Health-related quality of life (HRQoL)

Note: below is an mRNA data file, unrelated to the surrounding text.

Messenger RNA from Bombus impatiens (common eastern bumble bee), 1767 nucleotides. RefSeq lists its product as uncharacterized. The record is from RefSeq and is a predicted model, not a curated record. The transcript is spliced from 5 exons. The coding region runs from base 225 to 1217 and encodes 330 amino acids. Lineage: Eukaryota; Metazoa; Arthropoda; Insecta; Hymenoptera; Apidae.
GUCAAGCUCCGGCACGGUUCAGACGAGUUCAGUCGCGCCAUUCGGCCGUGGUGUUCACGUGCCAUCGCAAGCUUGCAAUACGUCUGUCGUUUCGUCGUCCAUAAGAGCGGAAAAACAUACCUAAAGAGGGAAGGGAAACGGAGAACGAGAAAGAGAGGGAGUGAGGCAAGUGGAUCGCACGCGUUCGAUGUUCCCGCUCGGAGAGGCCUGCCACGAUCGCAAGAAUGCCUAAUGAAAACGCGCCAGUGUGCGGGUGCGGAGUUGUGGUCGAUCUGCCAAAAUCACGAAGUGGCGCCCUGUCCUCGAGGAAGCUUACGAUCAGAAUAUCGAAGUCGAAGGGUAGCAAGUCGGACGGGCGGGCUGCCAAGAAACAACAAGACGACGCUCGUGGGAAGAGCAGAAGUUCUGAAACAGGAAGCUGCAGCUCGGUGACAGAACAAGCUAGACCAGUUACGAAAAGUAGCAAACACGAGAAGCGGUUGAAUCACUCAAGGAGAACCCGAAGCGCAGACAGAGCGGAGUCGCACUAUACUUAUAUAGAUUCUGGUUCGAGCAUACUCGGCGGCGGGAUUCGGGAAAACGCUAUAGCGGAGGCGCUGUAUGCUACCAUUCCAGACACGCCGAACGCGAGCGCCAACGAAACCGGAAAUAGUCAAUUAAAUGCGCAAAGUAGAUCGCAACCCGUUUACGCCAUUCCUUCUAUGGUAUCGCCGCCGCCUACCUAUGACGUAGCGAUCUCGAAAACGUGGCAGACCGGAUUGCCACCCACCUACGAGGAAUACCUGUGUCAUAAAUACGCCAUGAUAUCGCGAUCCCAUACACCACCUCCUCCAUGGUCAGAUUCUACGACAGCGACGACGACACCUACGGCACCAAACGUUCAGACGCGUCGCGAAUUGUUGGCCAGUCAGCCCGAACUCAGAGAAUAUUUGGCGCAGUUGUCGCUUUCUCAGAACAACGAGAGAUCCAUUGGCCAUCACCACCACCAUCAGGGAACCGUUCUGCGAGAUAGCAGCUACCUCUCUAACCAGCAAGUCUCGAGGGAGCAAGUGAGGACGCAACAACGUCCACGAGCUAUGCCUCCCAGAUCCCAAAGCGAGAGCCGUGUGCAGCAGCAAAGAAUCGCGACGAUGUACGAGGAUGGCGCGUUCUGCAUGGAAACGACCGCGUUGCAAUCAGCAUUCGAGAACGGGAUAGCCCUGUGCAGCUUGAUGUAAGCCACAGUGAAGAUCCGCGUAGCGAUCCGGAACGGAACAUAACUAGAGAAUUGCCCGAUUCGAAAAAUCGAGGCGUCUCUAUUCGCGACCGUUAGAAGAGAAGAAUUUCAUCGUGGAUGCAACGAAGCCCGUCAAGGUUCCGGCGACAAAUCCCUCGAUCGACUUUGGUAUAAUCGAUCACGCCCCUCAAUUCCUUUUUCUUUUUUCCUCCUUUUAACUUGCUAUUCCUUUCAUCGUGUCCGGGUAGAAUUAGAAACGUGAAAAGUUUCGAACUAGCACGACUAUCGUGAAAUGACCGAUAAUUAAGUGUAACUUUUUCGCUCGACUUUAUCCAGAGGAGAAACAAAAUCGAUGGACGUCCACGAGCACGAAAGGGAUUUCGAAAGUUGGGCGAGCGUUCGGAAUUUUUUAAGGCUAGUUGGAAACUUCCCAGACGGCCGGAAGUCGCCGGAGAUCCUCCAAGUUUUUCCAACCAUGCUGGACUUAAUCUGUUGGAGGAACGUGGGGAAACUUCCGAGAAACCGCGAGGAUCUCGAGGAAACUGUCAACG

HRQoL was assessed in HILDA through the Medical Outcomes Study Short Form (SF-36). The SF-36 is one of the most widely used measures of HRQoL . Detailed description of SF-36 has been explained elsewhere . Briefly, it is a self-completed questionnaire comprising 36 items that cover eight domains including general health, pain, vitality, social, mental and physical function, and role limitation due to emotional or physical health. Using factor analysis of the eight scales, two summary scores of health known as the physical component summary (PCS) and the mental component summary (MCS) were generated. Traditionally, scores from all domains are combined and transformed to generate PCS and MCS. However, as explained by Dockery et al. this may lead to inaccurate results in older adults ; for instance, in the factor analysis, the physical function domains negatively correlate with mental health, and hence, MCS scores would increase, not necessarily due to improvement of mental health but rather because of deterioration of physical function . Therefore, in the present study, PCS scores were calculated from the four subscales that were positively correlated with physical function in the factor analysis. Those subscales were role-physical, bodily pain, physical functioning and general health. Similarly, MCS scores were calculated from the four subscales that were positively correlated to mental health in the factor analysis. Those subscales included vitality, social functioning, role limitations and mental health. A higher score (ranging from 0 to 100) on a component reflects a better HRQoL . The SF-36 scores reported in HILDA have been previously validated to support their use as general measures of physical and mental health status in the Australian population .